Well, that's the idea at least. It generally works really well: Night Mode kicks in for handheld night-time shots (check out the handheld New York night shot below for example), which are like unreal HDR shots; Portrait mode kicks in when there's a face, using the software to blur the background for a pro-looking shot; while some scene modes enhance colours and saturation... but sometimes just that bit too much (Greenery, for example, takes green grass and makes it look rather putrid in its over-saturated form).
What's extra clever about this AI tech, however, is that if you don't like something the camera is doing then it will learn. Let's say Greenery kicks in - which displays in words on the screen after a small delay - but you don't want to use it, then simply hitting the "x" to the corner of the auto-selected mode will disengage it. Better still, if this happens a lot for a given mode the device will learn that you don't appreciate the mode and begin to not use it in all given scenarios.
We've said that the P20 Pro has the best current phone-based camera arrangement that you can buy. Well, the Porsche Design Mate RS matches. It's very impressive indeed, whatever the shooting conditions, from low-light to bright light. But you'd hope for nothing less in a £1600 phone, right?
The Porsche Design Huawei Mate RS arrives at a time when few-to-no designer phone brands in existence - Vertu has fallen by the wayside (sad face) - and its genuine focus on design and technology innovation (that doesn't depend on 24 carat gold or 150,000 Swarkovski crystals gimmicks) means there's a lot to impress.
That said, from our two-week experience living with the device, we feel the Porsche Design sometimes has its head in the clouds. The under-the-screen fingerprint scanner, for example, sounds technologically incredible - but it doesn't work that well at present, and it duplicates a feature also found on the rear on the phone (which is all too often blocked by the included flip cover). The screen might have all the resolution, too, but the curved edges don't produce the cleanest or brightest image from all angles, while for the battery to deliver its true worth you'll have to downgrade that resolution via the software.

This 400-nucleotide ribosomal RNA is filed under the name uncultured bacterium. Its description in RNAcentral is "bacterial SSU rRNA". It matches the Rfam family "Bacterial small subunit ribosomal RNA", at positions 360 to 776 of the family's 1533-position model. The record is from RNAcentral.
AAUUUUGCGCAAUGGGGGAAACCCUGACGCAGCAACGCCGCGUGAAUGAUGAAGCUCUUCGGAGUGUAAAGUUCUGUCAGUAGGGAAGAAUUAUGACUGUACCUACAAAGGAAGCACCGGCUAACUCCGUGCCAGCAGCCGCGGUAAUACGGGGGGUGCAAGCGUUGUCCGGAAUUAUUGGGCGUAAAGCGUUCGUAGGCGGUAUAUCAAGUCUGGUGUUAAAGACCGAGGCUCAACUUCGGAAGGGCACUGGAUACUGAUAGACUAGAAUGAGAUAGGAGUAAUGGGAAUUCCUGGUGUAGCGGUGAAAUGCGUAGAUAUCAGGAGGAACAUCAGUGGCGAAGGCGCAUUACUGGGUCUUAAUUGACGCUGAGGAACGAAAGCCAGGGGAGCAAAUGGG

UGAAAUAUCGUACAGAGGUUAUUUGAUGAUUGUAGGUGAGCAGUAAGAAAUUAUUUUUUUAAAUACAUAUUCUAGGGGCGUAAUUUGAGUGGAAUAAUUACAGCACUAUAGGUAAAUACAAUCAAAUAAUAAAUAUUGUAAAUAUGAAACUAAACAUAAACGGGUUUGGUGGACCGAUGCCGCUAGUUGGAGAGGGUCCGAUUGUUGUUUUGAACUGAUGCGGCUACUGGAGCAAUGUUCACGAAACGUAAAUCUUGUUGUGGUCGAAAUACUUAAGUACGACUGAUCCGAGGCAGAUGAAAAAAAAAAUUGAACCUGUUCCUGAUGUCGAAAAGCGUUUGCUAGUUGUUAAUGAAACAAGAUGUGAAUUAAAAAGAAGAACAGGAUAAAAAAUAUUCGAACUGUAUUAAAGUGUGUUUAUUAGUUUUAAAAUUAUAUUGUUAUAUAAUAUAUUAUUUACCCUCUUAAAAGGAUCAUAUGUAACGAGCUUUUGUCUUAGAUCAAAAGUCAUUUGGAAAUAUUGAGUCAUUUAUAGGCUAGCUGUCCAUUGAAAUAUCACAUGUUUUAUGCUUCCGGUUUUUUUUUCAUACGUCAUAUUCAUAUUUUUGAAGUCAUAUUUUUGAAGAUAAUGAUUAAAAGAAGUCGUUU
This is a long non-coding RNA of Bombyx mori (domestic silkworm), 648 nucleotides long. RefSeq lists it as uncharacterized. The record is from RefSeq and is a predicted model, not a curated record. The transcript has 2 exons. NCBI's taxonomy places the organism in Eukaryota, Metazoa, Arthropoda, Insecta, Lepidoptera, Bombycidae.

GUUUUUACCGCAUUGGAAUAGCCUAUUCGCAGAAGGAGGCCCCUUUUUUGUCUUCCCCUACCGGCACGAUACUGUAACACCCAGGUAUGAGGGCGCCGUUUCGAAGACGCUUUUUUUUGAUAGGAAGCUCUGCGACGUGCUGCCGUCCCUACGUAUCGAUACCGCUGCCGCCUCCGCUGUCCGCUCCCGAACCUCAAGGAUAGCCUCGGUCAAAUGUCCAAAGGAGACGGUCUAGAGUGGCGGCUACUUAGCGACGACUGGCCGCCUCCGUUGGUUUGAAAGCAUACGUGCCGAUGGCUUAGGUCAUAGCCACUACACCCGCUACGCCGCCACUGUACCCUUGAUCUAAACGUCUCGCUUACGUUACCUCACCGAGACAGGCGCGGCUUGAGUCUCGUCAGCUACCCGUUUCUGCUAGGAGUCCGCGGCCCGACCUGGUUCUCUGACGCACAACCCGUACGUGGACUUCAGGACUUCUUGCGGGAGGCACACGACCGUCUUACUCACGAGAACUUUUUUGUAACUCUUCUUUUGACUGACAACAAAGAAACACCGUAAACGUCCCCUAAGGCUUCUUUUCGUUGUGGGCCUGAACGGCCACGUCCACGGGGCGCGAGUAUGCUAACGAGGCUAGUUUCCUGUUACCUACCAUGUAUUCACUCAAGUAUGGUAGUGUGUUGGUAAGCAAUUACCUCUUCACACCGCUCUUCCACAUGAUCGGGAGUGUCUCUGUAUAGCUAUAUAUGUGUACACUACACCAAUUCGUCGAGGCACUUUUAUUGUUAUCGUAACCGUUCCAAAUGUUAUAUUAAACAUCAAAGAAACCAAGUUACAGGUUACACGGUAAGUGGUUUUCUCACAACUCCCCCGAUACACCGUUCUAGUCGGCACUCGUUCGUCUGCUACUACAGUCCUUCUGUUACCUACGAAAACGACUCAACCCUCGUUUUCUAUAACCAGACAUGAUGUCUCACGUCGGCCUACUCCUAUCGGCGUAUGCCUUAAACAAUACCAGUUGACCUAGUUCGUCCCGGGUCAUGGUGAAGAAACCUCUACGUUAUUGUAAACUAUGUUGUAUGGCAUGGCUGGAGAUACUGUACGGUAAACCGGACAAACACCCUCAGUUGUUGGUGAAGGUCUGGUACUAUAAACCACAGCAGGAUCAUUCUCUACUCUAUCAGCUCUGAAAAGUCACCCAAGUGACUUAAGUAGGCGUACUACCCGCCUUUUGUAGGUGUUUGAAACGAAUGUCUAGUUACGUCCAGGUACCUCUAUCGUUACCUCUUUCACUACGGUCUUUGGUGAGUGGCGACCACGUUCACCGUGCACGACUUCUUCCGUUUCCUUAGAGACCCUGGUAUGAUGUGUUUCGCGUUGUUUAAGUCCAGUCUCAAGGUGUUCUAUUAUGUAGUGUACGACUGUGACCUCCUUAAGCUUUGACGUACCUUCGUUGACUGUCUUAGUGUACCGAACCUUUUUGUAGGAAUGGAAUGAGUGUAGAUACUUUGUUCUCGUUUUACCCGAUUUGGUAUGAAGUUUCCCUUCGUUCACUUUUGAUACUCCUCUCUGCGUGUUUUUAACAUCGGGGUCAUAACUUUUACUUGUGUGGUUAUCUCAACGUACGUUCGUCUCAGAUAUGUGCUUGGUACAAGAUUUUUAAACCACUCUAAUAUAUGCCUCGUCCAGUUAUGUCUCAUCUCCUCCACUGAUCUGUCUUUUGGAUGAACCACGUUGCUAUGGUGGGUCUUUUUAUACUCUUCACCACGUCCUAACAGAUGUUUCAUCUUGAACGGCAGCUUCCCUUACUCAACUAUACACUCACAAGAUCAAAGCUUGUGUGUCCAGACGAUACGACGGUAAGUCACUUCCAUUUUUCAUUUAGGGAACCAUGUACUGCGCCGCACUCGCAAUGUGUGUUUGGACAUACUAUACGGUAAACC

Then there's the inevitable high price point. Yes, the Mate RS is expensive. It's meant to be. It's a designer brand making a designer phone. But it's a phone that's more advanced than any current Huawei handset, thanks to some advanced and inevitably expensive tech (space suit-like cooling anyone?). If you couldn't give a hoot about a design brand then this phone was never meant for you in the first instance. That's just how these things are: buy a sports car and it might be impractical, but you'll want to show it off all the more for its rarity.
Overall, we love the Porsche Design Huawei Mate RS for its boldness. If this was a track race, this phone would be the odds-on favourite to win. On the day, however, it'd be the one to crash out in an explosive, expensive and memorable collision. Which might well be the most exciting outcome possible, because this phone is a wonderful glimpse of what will be, wrapped into a package that isn't yet truly five-star on its delivery.
Huawei P20 Pro
Although it's part of the P series rather than Mate series, the top-spec Huawei is the logical and more affordable alternative to the PD Mate RS. It's got the same battery but with greater longevity, the same superb cameras setup, the same top-notch power, all wrapped into a different, more colourful design. Yes, there's a notch, but otherwise this is our favourite phone of 2018.
Read the full review: Huawei P20 Pro